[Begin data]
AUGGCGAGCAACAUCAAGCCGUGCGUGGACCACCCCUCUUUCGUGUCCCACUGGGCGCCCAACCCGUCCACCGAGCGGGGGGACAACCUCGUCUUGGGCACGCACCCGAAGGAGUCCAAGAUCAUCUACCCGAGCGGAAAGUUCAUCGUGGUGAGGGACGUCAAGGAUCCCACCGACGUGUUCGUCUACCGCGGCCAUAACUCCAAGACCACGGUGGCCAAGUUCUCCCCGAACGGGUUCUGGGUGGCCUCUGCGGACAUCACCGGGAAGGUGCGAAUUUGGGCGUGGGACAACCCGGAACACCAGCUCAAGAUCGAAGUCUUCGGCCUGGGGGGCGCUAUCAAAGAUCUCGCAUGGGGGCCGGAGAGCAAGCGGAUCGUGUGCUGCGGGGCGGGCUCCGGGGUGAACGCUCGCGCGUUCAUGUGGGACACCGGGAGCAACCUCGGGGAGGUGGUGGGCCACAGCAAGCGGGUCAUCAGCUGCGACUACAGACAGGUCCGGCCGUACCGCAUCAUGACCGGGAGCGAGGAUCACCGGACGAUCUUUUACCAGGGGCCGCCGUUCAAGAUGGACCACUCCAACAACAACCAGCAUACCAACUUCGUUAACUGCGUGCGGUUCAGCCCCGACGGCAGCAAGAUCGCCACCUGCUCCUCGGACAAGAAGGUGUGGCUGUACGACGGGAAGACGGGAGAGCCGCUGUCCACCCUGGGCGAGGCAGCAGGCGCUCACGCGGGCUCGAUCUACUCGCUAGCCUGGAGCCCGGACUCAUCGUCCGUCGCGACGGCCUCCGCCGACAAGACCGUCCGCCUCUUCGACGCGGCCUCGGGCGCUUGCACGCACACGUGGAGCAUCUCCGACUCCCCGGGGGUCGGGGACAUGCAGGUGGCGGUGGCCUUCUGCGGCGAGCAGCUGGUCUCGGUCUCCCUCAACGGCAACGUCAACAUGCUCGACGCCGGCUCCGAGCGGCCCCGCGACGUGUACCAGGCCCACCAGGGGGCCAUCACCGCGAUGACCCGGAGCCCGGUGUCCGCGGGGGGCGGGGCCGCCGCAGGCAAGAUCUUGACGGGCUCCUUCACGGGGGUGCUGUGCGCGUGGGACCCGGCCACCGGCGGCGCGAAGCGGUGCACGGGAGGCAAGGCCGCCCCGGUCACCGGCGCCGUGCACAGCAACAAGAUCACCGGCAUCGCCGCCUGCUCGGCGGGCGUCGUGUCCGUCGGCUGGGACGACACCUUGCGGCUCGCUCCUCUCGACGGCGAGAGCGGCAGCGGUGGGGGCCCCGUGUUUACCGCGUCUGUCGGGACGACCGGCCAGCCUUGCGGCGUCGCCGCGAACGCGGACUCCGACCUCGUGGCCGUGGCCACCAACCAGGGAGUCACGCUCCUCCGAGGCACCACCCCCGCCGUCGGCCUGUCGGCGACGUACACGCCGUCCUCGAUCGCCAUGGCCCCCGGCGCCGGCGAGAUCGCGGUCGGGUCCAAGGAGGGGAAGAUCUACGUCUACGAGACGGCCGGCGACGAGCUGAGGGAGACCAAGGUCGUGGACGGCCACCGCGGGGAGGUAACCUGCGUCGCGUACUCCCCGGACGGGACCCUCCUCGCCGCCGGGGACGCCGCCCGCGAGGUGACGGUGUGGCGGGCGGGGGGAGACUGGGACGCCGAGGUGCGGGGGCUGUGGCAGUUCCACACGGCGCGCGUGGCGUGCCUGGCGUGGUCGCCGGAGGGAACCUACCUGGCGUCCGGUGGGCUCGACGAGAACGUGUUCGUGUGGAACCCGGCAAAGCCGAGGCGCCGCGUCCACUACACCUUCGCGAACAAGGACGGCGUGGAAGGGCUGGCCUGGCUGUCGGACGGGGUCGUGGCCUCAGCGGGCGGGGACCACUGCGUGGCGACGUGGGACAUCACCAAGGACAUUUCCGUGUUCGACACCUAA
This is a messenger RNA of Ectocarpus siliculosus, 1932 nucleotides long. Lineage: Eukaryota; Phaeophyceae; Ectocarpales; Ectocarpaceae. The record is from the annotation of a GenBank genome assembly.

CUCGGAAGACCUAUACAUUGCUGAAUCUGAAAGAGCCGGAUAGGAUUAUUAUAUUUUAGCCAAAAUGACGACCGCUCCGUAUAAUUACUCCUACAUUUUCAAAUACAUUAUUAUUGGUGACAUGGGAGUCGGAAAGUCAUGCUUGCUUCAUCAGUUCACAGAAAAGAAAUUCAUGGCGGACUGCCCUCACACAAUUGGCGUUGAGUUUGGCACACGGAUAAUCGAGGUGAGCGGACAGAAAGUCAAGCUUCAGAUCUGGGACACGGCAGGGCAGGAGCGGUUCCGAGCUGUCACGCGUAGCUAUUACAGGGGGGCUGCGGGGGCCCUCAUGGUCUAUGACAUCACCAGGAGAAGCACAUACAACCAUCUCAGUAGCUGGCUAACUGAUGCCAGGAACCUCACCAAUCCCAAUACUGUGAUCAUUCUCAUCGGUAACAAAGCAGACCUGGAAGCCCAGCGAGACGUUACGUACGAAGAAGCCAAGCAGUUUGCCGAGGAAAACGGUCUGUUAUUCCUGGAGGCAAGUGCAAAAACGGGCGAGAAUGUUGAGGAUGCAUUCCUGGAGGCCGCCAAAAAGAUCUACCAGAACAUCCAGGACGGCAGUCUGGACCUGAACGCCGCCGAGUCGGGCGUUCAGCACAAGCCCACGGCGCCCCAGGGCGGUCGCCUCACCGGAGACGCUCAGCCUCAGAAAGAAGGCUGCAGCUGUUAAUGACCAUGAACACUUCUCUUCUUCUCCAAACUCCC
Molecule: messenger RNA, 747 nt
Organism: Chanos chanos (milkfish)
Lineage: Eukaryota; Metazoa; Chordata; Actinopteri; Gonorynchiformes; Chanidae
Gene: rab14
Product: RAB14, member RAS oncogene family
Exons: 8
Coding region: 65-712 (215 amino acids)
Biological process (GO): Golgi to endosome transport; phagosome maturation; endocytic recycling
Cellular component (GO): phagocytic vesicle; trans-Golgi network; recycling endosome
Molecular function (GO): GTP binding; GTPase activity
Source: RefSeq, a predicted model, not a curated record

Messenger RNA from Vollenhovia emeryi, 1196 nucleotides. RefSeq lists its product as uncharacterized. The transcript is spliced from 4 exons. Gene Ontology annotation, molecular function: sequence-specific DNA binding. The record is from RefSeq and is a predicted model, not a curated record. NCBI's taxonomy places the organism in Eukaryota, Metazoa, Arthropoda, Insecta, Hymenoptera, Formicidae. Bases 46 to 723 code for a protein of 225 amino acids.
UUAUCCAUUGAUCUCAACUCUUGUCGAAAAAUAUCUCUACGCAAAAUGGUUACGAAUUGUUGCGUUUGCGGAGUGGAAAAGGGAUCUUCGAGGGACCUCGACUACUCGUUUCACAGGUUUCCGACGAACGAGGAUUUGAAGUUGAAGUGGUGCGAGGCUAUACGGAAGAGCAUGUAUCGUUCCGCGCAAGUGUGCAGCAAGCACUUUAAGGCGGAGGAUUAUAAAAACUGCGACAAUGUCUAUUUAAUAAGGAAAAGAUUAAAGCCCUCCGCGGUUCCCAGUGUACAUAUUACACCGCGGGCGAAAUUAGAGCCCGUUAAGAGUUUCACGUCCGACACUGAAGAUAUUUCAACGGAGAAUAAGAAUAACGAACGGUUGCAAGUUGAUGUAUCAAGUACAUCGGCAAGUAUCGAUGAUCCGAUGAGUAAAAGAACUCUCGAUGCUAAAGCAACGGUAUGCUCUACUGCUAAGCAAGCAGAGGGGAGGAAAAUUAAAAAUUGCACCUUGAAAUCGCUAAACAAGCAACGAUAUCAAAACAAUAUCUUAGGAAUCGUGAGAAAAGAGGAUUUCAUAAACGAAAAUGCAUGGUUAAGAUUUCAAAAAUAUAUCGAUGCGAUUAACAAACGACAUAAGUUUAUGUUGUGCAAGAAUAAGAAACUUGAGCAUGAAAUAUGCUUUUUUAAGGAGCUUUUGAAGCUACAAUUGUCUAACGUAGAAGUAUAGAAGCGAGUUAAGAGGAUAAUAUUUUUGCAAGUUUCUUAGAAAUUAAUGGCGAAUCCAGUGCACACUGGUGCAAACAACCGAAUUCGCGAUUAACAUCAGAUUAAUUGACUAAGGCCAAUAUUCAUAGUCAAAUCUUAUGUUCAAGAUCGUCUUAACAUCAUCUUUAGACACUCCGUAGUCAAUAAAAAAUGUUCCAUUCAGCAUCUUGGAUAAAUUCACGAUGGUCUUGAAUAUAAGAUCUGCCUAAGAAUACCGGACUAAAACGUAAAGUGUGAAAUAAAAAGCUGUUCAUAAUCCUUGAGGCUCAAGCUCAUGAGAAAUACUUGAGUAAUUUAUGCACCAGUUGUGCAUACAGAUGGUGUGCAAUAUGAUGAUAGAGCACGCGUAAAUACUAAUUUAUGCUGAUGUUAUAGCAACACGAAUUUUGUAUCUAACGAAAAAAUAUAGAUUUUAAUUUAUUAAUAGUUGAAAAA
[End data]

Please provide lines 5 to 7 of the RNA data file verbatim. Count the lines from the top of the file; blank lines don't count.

Organism: Chanos chanos (milkfish)
Lineage: Eukaryota; Metazoa; Chordata; Actinopteri; Gonorynchiformes; Chanidae
Gene: rab14